I subscribe to several blogs, and one is called brainpickings.org – it usually has great posts that appeal to me in several areas, be it writing, the arts in general, psychology, social issues, etc. Last week, I saw a post about Poet Jane Kenyon and Advice On Writing. This quote in particular really resonated with me:
"Be a good steward of your gifts. Protect your time. Feed your inner life. Avoid too much noise. Read good books, have good sentences in your ears. Be by yourself as often as you can. Walk. Take the phone off the hook. Work regular hours."
It struck me that this isn’t just good advice for protecting your creative spirit and writing life, but good advice for living your life in general. Especially in these times, which seem more tumultuous than any we’ve seen in a generation or two. The world is in a state of transition, and like all transitions, some serious chaos is accompanying that. It can be downright disheartening and draining to just look at the news every day. It can be emotionally overwhelming, which sometimes leads to physical manifestations of those concerns and anxieties. I keep seeing people online talking about how important self-care is, now more than ever. Those people are absolutely right.
It’s a tough call these days between wanting to stay informed and wanting to stay sane. I’ve had to make good self-care a priority. For me, that’s meant taking a step back from social media/getting online/the news in general, because being bombarded by constant intensity, vitriol, and uncertainty was wearing me down, mind, body and soul. So that quote above? Let’s look at it a little closer.
Be a good steward of your gifts. Manage the keeping of your gifts wisely and with as much passion as if you were telling your best friend, lover, child—someone super important to you that you’d likely be nicer to than you often are to yourself—to take good care of those gifts, and do that. The world needs you and your gifts.
Protect your time. Feed your inner life. Avoid too much noise. Easiest way to do this? Stay offline. Or at least get online less. Read books. Binge watch a TV series. Go to the movies. Sing songs you used to love. Dance while you’re cleaning your house. Do something every day to feed your head. It’s good for you. And right now, it may even save you.
Read good books, have good sentences in your ears. See above tip. Wash, rinse, repeat.
Be by yourself as often as you can. As a writer and a single mom, I’m actually by myself more than most people, and I do treasure that alone time. If it’s not easy for you to come by—and for most people, it really isn’t—you need to fight for some alone time. Make it a priority; schedule it into your day or evening somehow. Even if it’s only fifteen minutes, while your baby is napping or your kids are playing video games or your significant other is scrolling on his/her phone... find a way to have some time all to yourself each day. It is more re-centering than you might imagine. And it also helps you go back to your busy world of demands with a little less... edginess. Try it if you can.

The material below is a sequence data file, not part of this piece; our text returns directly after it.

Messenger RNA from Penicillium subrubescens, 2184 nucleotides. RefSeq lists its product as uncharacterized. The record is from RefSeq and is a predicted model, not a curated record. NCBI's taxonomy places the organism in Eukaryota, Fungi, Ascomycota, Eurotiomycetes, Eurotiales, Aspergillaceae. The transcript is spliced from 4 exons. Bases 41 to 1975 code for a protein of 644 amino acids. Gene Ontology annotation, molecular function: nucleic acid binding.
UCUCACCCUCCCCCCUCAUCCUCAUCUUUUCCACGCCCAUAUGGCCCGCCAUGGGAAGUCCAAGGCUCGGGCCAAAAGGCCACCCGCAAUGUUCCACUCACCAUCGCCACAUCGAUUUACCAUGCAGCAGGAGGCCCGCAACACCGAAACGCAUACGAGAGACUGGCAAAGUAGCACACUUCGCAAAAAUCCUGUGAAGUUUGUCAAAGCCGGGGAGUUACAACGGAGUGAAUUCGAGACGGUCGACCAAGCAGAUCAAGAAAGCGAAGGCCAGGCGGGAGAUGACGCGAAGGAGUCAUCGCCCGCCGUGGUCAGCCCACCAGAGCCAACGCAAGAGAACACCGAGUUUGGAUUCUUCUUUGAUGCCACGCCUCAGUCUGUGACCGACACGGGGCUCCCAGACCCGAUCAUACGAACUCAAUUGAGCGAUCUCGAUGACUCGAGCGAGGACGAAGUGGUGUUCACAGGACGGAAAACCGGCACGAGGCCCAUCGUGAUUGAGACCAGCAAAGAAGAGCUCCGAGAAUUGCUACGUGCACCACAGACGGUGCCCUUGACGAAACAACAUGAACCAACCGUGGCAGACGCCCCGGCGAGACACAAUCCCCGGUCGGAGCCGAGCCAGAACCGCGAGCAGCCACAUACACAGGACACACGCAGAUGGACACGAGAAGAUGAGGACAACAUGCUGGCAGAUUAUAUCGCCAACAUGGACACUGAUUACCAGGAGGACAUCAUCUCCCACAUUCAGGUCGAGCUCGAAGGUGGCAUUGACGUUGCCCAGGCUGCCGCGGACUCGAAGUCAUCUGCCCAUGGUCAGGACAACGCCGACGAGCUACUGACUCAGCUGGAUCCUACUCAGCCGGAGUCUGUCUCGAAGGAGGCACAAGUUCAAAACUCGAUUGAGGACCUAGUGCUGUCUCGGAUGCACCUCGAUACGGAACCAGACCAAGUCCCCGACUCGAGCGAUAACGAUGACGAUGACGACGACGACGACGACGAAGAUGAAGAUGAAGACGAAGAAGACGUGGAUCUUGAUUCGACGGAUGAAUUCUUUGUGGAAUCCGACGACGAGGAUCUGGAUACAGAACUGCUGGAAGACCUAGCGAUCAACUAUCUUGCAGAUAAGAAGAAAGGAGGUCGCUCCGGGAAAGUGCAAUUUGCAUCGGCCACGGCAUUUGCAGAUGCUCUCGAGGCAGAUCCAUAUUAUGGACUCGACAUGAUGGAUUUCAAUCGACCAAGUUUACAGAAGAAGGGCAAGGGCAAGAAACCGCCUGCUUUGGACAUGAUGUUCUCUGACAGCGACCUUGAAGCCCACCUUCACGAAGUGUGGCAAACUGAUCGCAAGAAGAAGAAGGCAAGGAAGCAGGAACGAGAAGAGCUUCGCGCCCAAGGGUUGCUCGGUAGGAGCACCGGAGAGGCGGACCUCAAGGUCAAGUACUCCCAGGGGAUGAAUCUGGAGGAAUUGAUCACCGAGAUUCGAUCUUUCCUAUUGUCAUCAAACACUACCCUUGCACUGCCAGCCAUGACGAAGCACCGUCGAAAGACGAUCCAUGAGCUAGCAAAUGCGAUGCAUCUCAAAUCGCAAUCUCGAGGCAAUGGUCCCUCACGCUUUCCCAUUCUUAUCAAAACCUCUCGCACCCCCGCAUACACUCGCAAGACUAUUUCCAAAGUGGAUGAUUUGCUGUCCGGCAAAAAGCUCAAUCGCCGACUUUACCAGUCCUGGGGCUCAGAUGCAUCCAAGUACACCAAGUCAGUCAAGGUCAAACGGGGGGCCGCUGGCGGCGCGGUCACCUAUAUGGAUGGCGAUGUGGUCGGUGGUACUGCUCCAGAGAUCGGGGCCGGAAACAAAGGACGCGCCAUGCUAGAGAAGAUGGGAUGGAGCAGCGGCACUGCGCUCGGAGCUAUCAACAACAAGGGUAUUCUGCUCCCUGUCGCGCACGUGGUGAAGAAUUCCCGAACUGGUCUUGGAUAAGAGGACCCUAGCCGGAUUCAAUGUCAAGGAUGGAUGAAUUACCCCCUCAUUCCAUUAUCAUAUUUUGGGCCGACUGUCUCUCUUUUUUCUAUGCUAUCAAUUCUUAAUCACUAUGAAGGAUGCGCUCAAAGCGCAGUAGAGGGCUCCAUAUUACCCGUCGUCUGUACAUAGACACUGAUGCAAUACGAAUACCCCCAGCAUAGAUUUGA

Walk. Take the phone off the hook. My main form of exercise is walking. I love to take long walks outside. Breathing fresh air (no matter what season), a change of scene, reconnecting with nature... some of my best story ideas have come to me on walks, as well as some of my greatest personal epiphanies. Sometimes nothing comes to me at all, but it just feels so nourishing to take a walk and let my mind wander. And I don’t—I repeat, I DO NOT—answer my phone or look at it while walking. (Only exception: I look at it if it rings in case it’s one of my kids’ schools calling. If it’s not them, I don’t answer the call.) Do that for yourself a few times a week, if you can. If not, even once a week can make a difference. Reconnecting with the outside world in this way is so rejuvenating for your mind, body, and soul.
As for the Work regular hours thing... well, easier said than done for many. But coming at it as I think it was intended—as writing advice—yes, if you can get into a regular routine for when you write, making it as much of a priority as doing your laundry or cleaning your house or going for a run, your writing muscles will thank you for that. Humans respond to routines. Make that time every day to write, and before you know it... you’ll have written something.
Good advice for writing, and for life. Take care of yourself. It’s so very important, and we all forget that sometimes.